Reading Summary 4: Making Bathrooms More Accommodating

In “Making Bathrooms More Accommodating,” Emily Bazelon dives into the relatively new controversy our society is facing.  Transgender citizens are fighting for the right to use the restroom of their choice: male or female.  Or even for the inclusion of an all gender restroom.  Any solution will do, as they feel as though they are not being accommodated for in this section of everyday life in America. Recently, In Texas, what has been tagged as the “bathroom ordinance” was rejected and attacked with a vicious campaign that advocated for “No Men In Women’s Bathrooms.”  Such feelings toward the proposal of the law were prompted by its vague nature and seemingly dangerous potential.  Citizens were disgusted at the idea of legislation possibly opening up an opportunity for transgenders to be allowed in the same restroom as women, as they felt that they are not equal and crime would result from it. However in Illinois, action favoring the wishes of transgenders has already begun to take form. A teenager that was born male but has underwent surgery and is identified as a female officially was denied the right to change in the girl’s locker room by the school board.  However, the United States Department of Education stepped in and requested that the district allow her to change in the girl’s locker room behind a curtain.  The purpose of the privacy curtain is to accommodate for the transgender girl so that no student feels uncomfortable. With that being said, the author takes the time to dissect the actual meaning of the word accommodate and why is so problematic in an issue such...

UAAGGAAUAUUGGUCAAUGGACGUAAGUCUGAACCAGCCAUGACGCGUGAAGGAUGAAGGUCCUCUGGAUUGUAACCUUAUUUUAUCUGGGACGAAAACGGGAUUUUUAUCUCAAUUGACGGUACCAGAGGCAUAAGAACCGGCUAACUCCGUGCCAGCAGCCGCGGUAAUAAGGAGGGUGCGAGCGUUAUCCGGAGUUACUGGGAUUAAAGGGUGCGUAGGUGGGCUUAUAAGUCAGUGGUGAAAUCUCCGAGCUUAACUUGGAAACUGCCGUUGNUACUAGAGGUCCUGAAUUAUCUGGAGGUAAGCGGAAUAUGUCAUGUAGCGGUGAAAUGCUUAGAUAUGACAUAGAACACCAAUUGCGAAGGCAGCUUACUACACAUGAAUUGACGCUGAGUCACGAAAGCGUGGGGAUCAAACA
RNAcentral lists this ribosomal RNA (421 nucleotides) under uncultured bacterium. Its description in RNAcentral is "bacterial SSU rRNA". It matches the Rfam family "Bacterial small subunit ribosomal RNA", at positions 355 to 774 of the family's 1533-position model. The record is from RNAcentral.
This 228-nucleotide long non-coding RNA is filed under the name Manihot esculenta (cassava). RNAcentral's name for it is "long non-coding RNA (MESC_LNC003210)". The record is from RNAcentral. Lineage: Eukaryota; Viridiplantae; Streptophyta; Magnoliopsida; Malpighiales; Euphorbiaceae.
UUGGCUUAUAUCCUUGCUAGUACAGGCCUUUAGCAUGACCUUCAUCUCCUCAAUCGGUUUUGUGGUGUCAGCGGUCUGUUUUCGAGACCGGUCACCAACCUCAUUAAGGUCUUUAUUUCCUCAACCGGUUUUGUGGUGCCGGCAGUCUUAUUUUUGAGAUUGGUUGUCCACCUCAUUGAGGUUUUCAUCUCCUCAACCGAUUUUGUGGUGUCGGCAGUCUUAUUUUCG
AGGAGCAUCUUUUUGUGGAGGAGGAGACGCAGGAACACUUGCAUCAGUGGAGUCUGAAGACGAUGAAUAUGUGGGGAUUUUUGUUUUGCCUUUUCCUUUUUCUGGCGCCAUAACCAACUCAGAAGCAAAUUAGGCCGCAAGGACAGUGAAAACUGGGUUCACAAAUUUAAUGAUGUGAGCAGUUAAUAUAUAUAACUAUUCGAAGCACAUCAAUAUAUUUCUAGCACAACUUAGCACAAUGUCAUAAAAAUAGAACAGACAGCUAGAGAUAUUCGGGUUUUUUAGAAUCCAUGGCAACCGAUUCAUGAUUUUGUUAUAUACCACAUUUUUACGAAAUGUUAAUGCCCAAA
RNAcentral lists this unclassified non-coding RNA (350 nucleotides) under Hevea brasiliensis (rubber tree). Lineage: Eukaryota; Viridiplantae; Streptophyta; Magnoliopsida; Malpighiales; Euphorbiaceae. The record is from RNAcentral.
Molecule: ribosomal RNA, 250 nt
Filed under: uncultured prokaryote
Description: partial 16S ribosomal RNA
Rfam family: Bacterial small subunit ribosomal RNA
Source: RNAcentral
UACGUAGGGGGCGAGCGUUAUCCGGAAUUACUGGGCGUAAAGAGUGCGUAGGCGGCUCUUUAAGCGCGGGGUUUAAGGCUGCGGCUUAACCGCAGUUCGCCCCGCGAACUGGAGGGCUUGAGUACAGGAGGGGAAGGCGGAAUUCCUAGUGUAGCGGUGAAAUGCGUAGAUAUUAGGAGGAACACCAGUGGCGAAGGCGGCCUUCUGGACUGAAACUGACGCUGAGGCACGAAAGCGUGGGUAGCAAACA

Are Public Bathrooms Really ‘Accommodating’? : A Summary of Emily Bazelon’s Article

  In Emily Bazelon’s article “Making Bathrooms More Accommodating”, she argues that public bathrooms should be more “accommodating” to fit the needs of all groups of people, and not just the socially constructed genders, male and female. She begins by giving insight on the struggles that transgender people have when they have to which restroom to enter. It is difficult for them because their only options are “Men” and “Women.” Bazelon states that if they enter and the people inside “think [they’ve] confused male and female and walked through the wrong door, [they] risk discomfort, or even real trouble.” She argues that this is because the gender categories which determine who can enter the restrooms are “fixed.” According to Bazelon, the idea of “mixing male and female anatomy in [multi-stall] bathrooms and locker rooms” is a touchy subject for a lot of people. In Houston,  a law that “protected against discrimination in housing and employment, [due to] race, age ,sexual orientation and gender identity” was voted against and given the nickname, the “bathroom ordinance”. The “opponents” of the law even made shirts with images of a man threatening a girl in the bathroom, in order to discourage people from supporting the law, by “playing on voters’ fears.” To take her argument a step further, Bazelon provides a story of a transgender teenager, male to female, at a high school in Illinois, who was not allowed to change in the girls’ locker room because of privacy concerns”. Instead, she was sent down the hall to a separate room. Her parents brought a “civil rights complaint”, which resulted in the Department...
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